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posted 04-01-2014 02:34 PM     Click Here to See the Profile for p51   Click Here to Email p51     Edit/Delete Message   Reply w/Quote
POTENTIAL LIGHT SPOILER ALERT!

I'm reading it right now. It starts out as a log in real time by the astronaut stranded on Mars. Then, it goes into novel mode with the NASA people once they figure out he didn't die there already. I'm about 1/3 into it now.

Darned good book!

Gilbert
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Posts: 1064
From: Carrollton, GA USA
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posted 04-02-2014 12:31 PM     Click Here to See the Profile for Gilbert   Click Here to Email Gilbert     Edit/Delete Message   Reply w/Quote
It's been a month since I finished the book and the images reading it generated are still powerful. I remember the story almost as if I'd seen a movie rather than read a book. It is a very good book.

lspooz
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Posts: 230
From: Greensboro, NC USA
Registered: Aug 2012

posted 04-02-2014 06:18 PM     Click Here to See the Profile for lspooz   Click Here to Email lspooz     Edit/Delete Message   Reply w/Quote
Once again I've blown more money on space items because of learning about them on collectSPACE (cf. Winco presentations, obscure Alan Bean prints, and of course the 'For Sale' section).

This is a gripping and engaging hard-science story, and quite a debut novel — I've already bought ten copies (mostly gifts, one to keep...).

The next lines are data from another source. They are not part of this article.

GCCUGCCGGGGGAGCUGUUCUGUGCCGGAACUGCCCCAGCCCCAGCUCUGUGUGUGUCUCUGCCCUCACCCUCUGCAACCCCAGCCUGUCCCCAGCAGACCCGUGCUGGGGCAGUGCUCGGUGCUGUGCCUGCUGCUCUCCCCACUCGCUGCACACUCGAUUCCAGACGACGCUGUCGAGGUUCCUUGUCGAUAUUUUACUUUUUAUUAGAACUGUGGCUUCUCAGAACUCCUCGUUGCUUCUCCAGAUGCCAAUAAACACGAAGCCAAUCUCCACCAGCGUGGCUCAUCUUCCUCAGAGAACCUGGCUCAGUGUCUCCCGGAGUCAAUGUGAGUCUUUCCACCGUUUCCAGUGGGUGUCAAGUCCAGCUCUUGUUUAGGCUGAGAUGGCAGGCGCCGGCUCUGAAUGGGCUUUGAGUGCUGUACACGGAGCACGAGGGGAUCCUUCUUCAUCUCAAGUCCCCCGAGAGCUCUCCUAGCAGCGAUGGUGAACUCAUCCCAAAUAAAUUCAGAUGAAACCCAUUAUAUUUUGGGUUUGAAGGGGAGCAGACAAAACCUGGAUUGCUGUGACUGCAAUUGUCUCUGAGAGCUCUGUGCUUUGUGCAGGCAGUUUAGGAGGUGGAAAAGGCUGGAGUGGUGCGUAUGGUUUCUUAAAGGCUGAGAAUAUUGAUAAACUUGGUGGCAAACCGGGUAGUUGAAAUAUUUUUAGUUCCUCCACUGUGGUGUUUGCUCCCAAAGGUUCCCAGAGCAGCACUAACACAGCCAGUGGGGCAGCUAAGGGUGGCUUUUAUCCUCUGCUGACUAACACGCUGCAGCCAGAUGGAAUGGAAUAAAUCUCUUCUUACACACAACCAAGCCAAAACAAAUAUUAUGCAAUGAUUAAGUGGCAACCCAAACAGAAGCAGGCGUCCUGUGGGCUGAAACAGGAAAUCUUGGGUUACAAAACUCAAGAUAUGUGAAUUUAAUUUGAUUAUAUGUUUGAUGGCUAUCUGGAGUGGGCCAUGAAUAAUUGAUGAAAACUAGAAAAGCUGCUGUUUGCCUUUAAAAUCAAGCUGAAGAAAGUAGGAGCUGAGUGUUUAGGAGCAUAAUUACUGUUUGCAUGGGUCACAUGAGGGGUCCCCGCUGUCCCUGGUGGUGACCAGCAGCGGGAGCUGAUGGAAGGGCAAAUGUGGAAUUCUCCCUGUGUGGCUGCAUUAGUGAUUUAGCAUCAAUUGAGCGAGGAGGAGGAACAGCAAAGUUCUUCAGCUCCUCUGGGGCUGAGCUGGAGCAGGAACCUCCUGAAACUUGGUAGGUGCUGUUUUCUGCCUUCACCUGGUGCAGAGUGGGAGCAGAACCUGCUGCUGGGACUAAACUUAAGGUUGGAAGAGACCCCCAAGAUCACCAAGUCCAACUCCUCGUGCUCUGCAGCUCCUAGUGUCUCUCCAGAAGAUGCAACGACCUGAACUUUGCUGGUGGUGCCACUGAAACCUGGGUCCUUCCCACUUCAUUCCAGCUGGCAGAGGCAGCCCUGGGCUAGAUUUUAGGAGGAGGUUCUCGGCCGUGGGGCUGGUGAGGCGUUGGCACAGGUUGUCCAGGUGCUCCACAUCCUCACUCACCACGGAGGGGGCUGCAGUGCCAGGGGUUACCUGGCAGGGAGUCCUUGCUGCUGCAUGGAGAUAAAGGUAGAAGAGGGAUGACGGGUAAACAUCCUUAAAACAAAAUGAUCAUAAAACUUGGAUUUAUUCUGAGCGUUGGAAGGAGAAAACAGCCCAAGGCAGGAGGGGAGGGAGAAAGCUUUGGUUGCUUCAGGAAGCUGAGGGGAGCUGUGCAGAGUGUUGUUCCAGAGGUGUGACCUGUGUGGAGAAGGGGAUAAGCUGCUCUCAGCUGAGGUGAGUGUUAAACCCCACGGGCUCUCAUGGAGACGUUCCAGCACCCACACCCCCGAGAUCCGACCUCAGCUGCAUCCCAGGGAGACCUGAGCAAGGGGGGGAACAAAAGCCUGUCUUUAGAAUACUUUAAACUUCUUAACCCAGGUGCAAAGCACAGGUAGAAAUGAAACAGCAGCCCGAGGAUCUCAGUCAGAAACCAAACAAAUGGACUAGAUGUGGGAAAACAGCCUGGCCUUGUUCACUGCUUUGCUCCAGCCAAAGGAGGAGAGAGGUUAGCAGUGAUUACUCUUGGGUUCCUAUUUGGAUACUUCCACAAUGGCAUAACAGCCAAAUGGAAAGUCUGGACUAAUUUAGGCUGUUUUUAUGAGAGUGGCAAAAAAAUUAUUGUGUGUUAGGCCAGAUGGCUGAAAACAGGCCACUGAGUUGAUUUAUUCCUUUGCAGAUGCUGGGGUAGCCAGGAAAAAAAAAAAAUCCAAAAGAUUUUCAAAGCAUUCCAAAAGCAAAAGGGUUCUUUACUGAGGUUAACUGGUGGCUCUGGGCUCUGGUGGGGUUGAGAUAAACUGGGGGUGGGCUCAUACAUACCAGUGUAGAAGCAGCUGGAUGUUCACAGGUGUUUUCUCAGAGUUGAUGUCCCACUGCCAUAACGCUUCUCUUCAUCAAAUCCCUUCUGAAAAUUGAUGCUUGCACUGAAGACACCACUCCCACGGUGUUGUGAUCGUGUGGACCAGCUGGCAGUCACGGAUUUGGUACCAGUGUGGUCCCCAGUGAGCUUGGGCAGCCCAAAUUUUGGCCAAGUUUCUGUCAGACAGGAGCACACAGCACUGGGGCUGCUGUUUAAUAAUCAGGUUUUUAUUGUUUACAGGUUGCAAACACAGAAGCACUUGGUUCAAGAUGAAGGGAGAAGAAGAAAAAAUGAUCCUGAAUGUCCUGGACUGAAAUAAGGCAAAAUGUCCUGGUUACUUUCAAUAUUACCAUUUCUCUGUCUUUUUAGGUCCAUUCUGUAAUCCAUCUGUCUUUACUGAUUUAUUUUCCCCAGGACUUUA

The author's Facebook page is worth a look too.

freshspot
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Posts: 308
From: Lexington, MA, USA
Registered: Dec 2005

posted 04-03-2014 08:00 AM     Click Here to See the Profile for freshspot   Click Here to Email freshspot     Edit/Delete Message   Reply w/Quote
I loved "The Martian" -- it combines so many things of interest to me including (obviously) space, but also great writing and a good thriller. Highly recommended.

p51
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From: Olympia, WA, USA
Registered: Sep 2011

posted 04-04-2014 03:11 PM     Click Here to See the Profile for p51   Click Here to Email p51     Edit/Delete Message   Reply w/Quote
I finished it today at lunch. Man, what a nail biter once it gets going and it never lets up. It’s the kind of book where you really don’t know what's going to happen until the very end.

It’s been optioned for a movie and I sure hope they make it. Nobody's made a, "People go to Mars" movie yet that comes close to this book.

garymilgrom
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From: Atlanta, GA, USA
Registered: Feb 2007

posted 05-19-2014 08:20 AM     Click Here to See the Profile for garymilgrom   Click Here to Email garymilgrom     Edit/Delete Message   Reply w/Quote
Book review - Kindle edition